• Bosart, L. F., , and Sanders F. , 1981: The Johnstown flood of July 1977: A long-lived convective system. J. Atmos. Sci., 38 , 16161642.

    • Crossref
    • Search Google Scholar
    • Export Citation
  • Colman, B. R., 1990a: Thunderstorms above frontal surfaces in environments without positive CAPE. Part I: A climatology. Mon. Wea. Rev., 118 , 11031122.

    • Crossref
    • Search Google Scholar
    • Export Citation
  • Colman, B. R., 1990b: Thunderstorms above frontal surfaces in environments without positive CAPE. Part II: Organization and instability mechanisms. Mon. Wea. Rev., 118 , 11231144.

    • Crossref
    • Search Google Scholar
    • Export Citation
  • Corfidi, S. F., , Meritt J. H. , , and Fritsch J. M. , 1996: Predicting the movement of mesoscale convective complexes. Wea. Forecasting, 11 , 4146.

    • Crossref
    • Search Google Scholar
    • Export Citation
  • Cotton, W. R., 1990: Storms. Vol. 1. Geophysical Science Series, Aster Press, 158 pp.

  • Davis, R. S., 2001: Flash flood forecast and detection methods. Severe Convective Storms, Meteor. Monogr., No. 50, Amer. Meteor. Soc., 481–525.

    • Search Google Scholar
    • Export Citation
  • DeGaetano, A. T., , Hirsch M. E. , , and Colucci S. J. , 2002: Statistical prediction of seasonal East Coast winter storm frequency. J. Climate, 15 , 11011117.

    • Crossref
    • Search Google Scholar
    • Export Citation
  • De Michele, C., , and Salvadori G. , 2002: On the derived flood frequency distribution: Analytical formulation and the influence of antecedent soil moisture condition. J. Hydrol., 262 , 245248.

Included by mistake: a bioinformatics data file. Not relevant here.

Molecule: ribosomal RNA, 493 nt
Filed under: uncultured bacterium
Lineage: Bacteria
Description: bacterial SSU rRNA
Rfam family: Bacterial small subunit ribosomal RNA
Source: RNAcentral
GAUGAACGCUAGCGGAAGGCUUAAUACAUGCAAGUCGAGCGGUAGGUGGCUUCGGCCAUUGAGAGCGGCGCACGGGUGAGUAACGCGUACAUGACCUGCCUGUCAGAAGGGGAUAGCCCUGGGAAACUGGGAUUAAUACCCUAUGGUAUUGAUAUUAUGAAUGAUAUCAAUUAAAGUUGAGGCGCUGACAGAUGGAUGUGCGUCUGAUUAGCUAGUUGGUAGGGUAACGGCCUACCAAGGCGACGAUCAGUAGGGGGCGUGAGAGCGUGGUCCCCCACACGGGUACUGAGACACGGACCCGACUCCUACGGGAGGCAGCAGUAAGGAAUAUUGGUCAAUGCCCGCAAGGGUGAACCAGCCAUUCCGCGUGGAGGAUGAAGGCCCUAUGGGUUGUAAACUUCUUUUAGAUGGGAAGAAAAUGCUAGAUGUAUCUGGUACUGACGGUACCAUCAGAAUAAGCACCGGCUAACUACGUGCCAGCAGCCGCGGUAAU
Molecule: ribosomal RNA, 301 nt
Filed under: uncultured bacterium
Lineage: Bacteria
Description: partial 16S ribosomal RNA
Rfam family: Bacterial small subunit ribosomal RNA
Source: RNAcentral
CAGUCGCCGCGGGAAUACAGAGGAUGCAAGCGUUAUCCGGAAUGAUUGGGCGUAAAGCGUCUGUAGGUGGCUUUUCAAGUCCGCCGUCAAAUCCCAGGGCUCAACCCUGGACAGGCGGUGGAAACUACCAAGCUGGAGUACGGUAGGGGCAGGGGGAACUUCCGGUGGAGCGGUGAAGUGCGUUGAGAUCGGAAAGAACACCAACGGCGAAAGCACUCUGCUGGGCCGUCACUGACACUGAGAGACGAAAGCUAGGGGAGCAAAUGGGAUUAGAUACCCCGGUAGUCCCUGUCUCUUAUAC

• Crossref
    • Search Google Scholar
    • Export Citation
  • Doswell C. A. III, , , Brooks H. E. , , and Maddox R. A. , 1996: Flash flood forecasting: An ingredients-based methodology. Wea. Forecasting, 11 , 560581.

    • Crossref
    • Search Google Scholar
    • Export Citation
  • Droegemeier, K. K., and Coauthors, 2000: Hydrological aspects of weather prediction and flood warnings: Report of the Ninth Prospectus Development Team of the U.S. Weather Research Program. Bull. Amer. Meteor. Soc., 81 , 26652680.

    • Crossref
    • Search Google Scholar
    • Export Citation
  • Emanuel, K. A., 1982: Inertial instability and mesoscale convective systems. Part II: Symmetric CISK in a baroclinic flow. J. Atmos. Sci., 39 , 10801097.

    • Crossref
    • Search Google Scholar
    • Export Citation
  • Fan, Y., , Van den Dool H. M. , , Lohmann D. , , and Mitchell K. , 2006: 1948–98 U.S. hydrological reanalysis by the Noah land data assimilation system. J. Climate, 19 , 12141237.

    • Crossref
    • Search Google Scholar
    • Export Citation
  • Fritsch, J. M., , and Carbone R. E. , 2004: Improving quantitative precipitation forecasts in the warm season: A USWRP research and development strategy. Bull. Amer. Meteor. Soc., 85 , 955965.

    • Crossref
    • Search Google Scholar
    • Export Citation